18 teams from around the world are competing this week
in a solar home competition in Washington, D.C. Each team competes
to see who can build the most aesthetic and livable solar home.
The Great Lakes Radio Consortium’s Jennifer Guerra reports:
Eighteen teams from around the world are competing this week in a solar home
competition in Washington, D.C. Each team competes to see who can build the
most aesthetic and livable solar home. The Great Lakes Radio Consortium’s
Jennifer Guerra reports:
Richard King is the director of the Solar Decathlon
Competition in the nation’s capital. We called him on his cell phone as he
was wandering around the National Mall checking out the different houses.
We asked him why he thought solar homes have a future in the housing market.
“You see gas prices are going up, natural gas prices are going up. We call
that volatility in the supply market. Solar energy doesn’t have that. Yes,
you have to buy a collector that you put on your house, but from then, on for the
next twenty years, you don’t have to worry about the price of energy going up
because the sunlight is free.”
Free and limitless, as King points out, and the houses being put up on
the mall try to show how they take advantage of that energy and still look
like something you’d want to live in. As King wandered around the solar
village, he stopped at the University of Michigan’s house.
“Michigan just got their end caps on, and now we finally see what it looks
like. We were all wondering what they had up their sleeve, so it’s pretty
Before the University of Michigan team shipped their house to D.C., we
dropped by the School of Architecture. They were just putting the finishing
touches on their entry.
(Sound of talking)
That’s John Beeson, the project manager of the Michigan Solar House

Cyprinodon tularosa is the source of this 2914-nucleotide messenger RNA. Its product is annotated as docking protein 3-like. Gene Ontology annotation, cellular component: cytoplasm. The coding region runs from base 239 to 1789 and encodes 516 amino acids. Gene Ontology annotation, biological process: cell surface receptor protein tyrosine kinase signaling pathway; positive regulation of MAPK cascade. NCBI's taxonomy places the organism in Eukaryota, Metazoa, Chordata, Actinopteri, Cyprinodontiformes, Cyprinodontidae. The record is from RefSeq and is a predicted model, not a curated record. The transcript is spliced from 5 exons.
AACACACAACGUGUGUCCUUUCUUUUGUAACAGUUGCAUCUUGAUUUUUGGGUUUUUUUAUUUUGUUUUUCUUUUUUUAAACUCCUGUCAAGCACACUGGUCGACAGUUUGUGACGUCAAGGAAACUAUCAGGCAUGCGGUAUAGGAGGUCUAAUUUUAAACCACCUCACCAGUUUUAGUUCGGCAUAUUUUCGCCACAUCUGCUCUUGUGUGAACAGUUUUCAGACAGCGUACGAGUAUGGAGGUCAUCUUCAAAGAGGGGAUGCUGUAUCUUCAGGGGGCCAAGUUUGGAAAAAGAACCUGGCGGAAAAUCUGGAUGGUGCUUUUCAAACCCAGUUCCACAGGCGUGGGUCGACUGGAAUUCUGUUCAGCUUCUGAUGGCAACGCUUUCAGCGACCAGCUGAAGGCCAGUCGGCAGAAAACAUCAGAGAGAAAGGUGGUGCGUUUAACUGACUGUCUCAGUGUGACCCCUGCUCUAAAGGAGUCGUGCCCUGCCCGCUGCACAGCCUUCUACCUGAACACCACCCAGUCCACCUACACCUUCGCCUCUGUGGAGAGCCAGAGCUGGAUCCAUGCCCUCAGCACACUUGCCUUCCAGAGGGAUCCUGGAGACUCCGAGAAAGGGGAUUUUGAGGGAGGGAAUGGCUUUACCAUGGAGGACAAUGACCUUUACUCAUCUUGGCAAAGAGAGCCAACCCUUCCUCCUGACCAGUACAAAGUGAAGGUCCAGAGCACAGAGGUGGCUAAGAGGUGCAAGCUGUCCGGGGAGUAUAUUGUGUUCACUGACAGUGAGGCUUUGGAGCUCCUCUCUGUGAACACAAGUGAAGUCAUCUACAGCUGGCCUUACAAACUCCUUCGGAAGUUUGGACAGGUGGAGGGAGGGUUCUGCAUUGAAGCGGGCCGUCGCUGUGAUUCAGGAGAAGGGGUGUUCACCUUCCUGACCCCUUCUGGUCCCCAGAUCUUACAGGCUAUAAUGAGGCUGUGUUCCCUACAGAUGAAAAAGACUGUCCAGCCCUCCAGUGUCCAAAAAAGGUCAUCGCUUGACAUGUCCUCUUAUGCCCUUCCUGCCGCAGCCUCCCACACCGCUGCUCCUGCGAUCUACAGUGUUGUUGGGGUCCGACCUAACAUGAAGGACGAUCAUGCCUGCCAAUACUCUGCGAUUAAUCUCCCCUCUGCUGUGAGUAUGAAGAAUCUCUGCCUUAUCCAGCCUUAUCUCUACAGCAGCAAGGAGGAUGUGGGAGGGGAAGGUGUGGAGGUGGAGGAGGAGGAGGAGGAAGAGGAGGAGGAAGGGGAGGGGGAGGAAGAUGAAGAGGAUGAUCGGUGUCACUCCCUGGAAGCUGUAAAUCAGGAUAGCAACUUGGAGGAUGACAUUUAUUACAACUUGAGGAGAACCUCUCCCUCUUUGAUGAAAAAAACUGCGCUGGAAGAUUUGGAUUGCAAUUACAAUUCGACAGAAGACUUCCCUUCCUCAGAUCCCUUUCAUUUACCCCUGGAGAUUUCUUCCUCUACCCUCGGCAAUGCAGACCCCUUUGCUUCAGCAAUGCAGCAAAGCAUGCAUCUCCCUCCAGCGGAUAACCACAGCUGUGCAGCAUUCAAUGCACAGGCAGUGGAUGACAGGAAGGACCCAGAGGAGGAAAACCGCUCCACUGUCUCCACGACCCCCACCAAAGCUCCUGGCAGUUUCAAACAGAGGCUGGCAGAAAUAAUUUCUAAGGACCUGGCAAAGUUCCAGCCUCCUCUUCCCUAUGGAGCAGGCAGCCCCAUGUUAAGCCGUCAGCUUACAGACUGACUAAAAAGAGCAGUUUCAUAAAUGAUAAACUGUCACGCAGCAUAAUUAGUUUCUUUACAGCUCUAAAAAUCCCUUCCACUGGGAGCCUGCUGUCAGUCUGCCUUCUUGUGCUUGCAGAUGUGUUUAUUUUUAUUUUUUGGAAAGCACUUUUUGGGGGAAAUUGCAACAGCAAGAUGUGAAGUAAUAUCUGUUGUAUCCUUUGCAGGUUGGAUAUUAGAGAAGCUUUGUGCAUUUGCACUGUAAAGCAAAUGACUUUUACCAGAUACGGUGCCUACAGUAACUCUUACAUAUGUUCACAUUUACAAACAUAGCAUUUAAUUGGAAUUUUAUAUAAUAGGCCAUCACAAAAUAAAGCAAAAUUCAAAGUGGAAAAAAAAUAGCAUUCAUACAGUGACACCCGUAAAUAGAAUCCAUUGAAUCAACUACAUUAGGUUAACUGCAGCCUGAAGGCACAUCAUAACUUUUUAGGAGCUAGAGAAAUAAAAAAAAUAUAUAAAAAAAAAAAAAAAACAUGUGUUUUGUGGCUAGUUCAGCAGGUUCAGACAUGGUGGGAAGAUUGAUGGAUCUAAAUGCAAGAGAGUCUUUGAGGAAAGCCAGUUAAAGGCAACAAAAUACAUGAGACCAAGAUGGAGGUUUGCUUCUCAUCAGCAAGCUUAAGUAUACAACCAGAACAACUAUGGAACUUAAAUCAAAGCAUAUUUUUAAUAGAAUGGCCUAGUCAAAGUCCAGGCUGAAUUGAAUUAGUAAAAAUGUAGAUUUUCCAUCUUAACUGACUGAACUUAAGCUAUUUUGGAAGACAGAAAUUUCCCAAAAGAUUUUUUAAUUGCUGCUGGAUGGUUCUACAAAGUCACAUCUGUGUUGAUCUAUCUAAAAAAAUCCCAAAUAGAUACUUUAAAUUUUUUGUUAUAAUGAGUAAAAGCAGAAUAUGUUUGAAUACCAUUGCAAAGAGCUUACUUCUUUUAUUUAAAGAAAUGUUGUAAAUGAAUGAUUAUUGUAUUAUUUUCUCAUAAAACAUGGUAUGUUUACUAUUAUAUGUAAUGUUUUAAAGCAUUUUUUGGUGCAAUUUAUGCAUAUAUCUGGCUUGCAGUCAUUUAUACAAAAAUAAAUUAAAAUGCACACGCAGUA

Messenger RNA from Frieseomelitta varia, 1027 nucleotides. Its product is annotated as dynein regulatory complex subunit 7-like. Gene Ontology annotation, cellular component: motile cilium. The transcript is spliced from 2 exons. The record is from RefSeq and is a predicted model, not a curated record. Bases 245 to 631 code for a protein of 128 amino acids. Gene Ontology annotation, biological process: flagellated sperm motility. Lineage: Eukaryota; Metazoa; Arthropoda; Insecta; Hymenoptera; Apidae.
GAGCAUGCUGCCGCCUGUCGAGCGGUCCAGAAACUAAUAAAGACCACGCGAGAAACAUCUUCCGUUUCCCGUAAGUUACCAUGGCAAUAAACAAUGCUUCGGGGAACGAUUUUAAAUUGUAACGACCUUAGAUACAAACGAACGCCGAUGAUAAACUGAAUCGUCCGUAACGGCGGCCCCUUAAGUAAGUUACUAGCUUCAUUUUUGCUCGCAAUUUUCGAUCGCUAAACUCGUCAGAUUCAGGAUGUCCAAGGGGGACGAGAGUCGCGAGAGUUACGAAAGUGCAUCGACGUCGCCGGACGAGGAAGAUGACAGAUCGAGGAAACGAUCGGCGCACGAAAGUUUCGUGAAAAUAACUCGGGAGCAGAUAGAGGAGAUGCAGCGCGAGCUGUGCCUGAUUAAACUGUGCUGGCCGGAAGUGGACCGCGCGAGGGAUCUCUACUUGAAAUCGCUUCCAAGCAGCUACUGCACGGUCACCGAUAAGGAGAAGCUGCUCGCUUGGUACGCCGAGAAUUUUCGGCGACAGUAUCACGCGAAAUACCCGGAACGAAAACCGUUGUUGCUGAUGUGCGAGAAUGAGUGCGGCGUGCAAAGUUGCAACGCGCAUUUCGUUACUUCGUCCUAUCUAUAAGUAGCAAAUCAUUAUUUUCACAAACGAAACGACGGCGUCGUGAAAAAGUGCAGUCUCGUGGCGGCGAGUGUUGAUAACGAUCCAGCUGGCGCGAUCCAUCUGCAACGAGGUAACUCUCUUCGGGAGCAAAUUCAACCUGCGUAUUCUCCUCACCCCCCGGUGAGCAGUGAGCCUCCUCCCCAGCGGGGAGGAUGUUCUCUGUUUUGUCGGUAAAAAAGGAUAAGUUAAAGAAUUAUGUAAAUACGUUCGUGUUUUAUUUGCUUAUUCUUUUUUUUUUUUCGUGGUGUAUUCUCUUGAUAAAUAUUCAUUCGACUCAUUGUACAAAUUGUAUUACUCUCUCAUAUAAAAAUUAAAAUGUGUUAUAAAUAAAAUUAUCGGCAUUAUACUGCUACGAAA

project. It’s called Mi-So for short. They had to be creative to make sure
their entry was dependent on the sun for energy.
“This is a solar contest, so we are very limited in terms of what we can do for energy production. We can’t even convert kinetic energy, somebody bouncing on something, into electrical energy. We’re very limited.”
The house has to be totally off the grid, which means lots of large
batteries and thin, photovoltaic panels, neither of which make for an
aesthetically pleasing house. And in the world of architecture, if it doesn’t look good from the outside, no one’s going to care if its energy efficient.
“Most consumers today aren’t gonna buy something just because it’s sustainable.”
Lee Devore is the Michigan team’s operations manager.
“But if you have two apples, and they’re identical, and their cost is
roughly the same, if one is more sustainable than the other, it’s that extra
thing, but the thing they’re really concerned about is that it’s still a beautiful
thing to possess.”
Back on the National Mall in Washington, D.C., Solar Decathlon
Competition director Richard King says in this contest, beauty’s as
important as sustainability.
“In the 70’s, we just stuck solar collectors on the roofs in all kinds of
directions and one of the barriers are a lot of people didn’t like that up there on
their roof. So we’ve employed these schools of architecture to design very
beautiful-looking buildings with solar integrated in to actually
prove that solar energy works.”
So to make Michigan’s solar house stand out as the belle at the D.C.
National Mall, John Beeson says the team turned to Michgan’s most noted
industry, the automakers, for tips.
BEESON: “People like taking their cars and tricking them out, and the house is the same thing, you
just don’t know you’re doing it, every time you move into it. So why not make the architecture built that way, so that people can change it and affect it the way they want. So for us, there would just be panelized construction. We would just put these panels up, I’m done with this sink, this mirror combination. I’m gonna take it down and sell it on Ebay.”
GUERRA: “Are people ready for this?”
BEESON: “We hope. If not, it’ll be a good exploratory example of it on the
National Mall for people to go see.”
Even after a winning team’s been picked, the challenges aren’t over. It’s one thing to build a solar prototype for the competition, it’s another to
take that prototype and turn it into homebuilding that can be mass-produced
for less waste and lower costs. Once that happens, we might just see solar
homes popping up in new neighborhoods.
For the GLRC, I’m Jennifer Guerra.